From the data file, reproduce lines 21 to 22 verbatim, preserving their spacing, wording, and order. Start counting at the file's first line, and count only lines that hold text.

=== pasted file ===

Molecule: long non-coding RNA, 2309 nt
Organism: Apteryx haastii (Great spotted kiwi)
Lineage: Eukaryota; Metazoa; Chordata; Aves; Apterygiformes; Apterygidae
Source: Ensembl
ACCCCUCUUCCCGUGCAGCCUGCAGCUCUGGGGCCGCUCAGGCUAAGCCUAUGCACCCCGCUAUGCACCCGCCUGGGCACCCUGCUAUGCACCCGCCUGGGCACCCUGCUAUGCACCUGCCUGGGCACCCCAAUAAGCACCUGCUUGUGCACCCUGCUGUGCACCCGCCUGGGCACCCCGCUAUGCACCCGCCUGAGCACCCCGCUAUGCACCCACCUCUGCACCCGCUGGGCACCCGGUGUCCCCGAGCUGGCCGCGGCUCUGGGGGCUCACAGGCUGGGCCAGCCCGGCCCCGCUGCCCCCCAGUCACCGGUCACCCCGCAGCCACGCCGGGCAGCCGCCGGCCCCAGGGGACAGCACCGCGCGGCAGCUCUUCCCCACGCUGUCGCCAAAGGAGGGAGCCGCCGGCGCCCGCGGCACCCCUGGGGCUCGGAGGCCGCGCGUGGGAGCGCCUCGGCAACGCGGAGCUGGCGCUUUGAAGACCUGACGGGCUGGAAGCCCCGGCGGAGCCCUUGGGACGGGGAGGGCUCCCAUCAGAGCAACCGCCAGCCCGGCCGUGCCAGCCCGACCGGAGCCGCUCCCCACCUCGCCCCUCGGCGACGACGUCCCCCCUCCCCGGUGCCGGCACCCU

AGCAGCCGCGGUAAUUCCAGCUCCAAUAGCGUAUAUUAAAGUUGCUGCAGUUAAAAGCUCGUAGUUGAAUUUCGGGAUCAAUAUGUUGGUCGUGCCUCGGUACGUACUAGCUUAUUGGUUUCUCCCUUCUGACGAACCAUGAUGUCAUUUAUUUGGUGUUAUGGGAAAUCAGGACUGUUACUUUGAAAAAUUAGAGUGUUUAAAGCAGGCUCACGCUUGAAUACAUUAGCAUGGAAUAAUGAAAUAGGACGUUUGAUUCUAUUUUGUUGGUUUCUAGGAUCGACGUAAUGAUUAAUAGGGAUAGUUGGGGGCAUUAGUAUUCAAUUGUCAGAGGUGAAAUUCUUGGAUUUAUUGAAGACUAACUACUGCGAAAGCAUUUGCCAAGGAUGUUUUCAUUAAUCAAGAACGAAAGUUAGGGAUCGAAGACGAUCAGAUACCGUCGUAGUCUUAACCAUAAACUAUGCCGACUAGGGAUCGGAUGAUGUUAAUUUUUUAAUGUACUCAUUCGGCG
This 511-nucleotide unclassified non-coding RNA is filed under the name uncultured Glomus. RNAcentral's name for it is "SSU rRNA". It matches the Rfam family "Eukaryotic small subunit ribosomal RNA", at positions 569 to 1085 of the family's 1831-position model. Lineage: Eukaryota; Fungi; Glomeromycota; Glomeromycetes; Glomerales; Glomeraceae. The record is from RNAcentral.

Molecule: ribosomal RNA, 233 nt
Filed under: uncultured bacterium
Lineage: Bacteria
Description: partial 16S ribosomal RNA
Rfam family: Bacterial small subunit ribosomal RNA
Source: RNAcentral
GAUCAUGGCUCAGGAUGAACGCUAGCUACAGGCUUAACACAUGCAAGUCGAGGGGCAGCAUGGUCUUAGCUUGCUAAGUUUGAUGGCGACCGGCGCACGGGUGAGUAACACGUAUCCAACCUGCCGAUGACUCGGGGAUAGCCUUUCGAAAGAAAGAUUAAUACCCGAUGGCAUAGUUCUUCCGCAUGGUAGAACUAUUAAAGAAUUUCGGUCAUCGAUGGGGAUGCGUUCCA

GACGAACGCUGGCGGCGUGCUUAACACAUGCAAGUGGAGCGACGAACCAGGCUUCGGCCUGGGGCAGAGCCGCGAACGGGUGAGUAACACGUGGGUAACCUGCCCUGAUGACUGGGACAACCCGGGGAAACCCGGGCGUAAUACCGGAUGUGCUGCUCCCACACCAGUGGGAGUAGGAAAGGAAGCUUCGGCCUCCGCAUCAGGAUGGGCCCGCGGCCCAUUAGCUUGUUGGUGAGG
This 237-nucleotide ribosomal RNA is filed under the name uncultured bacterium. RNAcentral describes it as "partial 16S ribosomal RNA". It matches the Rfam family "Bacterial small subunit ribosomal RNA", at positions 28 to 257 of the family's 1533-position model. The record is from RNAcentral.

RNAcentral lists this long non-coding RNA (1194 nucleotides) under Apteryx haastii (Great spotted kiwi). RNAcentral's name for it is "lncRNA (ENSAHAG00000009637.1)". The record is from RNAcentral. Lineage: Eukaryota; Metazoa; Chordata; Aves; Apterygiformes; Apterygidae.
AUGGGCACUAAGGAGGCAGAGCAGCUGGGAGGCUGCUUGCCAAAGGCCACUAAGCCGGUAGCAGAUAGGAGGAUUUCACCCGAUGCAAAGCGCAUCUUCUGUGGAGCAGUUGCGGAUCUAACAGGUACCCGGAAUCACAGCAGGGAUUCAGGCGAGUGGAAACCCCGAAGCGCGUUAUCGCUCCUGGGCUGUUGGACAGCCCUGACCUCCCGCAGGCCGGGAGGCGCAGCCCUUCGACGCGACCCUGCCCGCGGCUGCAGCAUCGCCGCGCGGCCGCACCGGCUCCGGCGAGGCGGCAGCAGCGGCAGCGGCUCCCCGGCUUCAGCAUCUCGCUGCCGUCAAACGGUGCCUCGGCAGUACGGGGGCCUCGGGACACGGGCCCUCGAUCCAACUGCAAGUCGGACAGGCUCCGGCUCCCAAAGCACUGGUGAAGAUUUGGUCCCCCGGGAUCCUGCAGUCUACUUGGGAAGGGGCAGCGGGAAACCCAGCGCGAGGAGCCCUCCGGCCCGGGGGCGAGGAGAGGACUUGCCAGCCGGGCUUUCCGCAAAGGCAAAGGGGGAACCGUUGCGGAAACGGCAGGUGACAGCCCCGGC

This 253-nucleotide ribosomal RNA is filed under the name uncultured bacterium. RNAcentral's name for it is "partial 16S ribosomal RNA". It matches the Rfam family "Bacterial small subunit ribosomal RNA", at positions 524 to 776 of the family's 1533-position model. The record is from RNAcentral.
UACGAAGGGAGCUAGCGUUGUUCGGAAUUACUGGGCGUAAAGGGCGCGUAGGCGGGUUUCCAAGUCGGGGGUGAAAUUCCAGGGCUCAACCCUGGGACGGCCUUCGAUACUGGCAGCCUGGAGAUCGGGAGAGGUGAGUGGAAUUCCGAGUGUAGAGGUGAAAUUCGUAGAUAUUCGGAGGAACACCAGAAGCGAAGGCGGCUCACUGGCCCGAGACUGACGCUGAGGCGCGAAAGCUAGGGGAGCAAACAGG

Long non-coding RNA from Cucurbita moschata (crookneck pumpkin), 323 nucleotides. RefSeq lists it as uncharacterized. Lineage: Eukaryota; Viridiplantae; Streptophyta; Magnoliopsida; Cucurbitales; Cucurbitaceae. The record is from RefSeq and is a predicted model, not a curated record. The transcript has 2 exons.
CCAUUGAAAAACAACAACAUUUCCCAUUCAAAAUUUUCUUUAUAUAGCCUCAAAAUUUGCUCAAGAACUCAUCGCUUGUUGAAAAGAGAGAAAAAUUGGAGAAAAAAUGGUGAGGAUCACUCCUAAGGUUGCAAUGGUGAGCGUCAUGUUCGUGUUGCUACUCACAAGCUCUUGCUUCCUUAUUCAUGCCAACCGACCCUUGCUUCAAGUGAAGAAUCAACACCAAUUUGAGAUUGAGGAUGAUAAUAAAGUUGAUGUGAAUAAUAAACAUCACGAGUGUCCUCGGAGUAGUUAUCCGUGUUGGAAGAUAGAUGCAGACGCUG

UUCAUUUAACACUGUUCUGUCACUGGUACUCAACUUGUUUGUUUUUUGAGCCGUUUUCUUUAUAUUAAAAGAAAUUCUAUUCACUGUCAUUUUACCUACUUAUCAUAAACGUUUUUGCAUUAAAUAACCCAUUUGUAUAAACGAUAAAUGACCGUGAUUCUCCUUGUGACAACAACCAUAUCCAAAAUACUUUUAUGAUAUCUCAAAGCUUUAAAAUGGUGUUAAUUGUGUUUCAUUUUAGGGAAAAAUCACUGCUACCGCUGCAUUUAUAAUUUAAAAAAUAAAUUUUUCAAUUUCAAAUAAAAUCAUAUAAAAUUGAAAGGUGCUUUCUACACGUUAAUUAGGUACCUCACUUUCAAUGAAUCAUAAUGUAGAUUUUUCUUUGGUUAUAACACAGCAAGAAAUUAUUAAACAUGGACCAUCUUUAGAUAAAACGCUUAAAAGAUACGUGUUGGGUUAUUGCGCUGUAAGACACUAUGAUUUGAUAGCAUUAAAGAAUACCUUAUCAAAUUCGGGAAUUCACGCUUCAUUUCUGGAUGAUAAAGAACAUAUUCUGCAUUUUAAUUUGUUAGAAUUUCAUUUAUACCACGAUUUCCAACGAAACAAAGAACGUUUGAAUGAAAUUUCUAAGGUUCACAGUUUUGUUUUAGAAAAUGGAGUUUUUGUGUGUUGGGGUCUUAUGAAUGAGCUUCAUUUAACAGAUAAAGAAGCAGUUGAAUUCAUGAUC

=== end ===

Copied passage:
Long non-coding RNA from Cucurbita moschata (crookneck pumpkin), 323 nucleotides. RefSeq lists it as uncharacterized. Lineage: Eukaryota; Viridiplantae; Streptophyta; Magnoliopsida; Cucurbitales; Cucurbitaceae. The record is from RefSeq and is a predicted model, not a curated record. The transcript has 2 exons.
CCAUUGAAAAACAACAACAUUUCCCAUUCAAAAUUUUCUUUAUAUAGCCUCAAAAUUUGCUCAAGAACUCAUCGCUUGUUGAAAAGAGAGAAAAAUUGGAGAAAAAAUGGUGAGGAUCACUCCUAAGGUUGCAAUGGUGAGCGUCAUGUUCGUGUUGCUACUCACAAGCUCUUGCUUCCUUAUUCAUGCCAACCGACCCUUGCUUCAAGUGAAGAAUCAACACCAAUUUGAGAUUGAGGAUGAUAAUAAAGUUGAUGUGAAUAAUAAACAUCACGAGUGUCCUCGGAGUAGUUAUCCGUGUUGGAAGAUAGAUGCAGACGCUG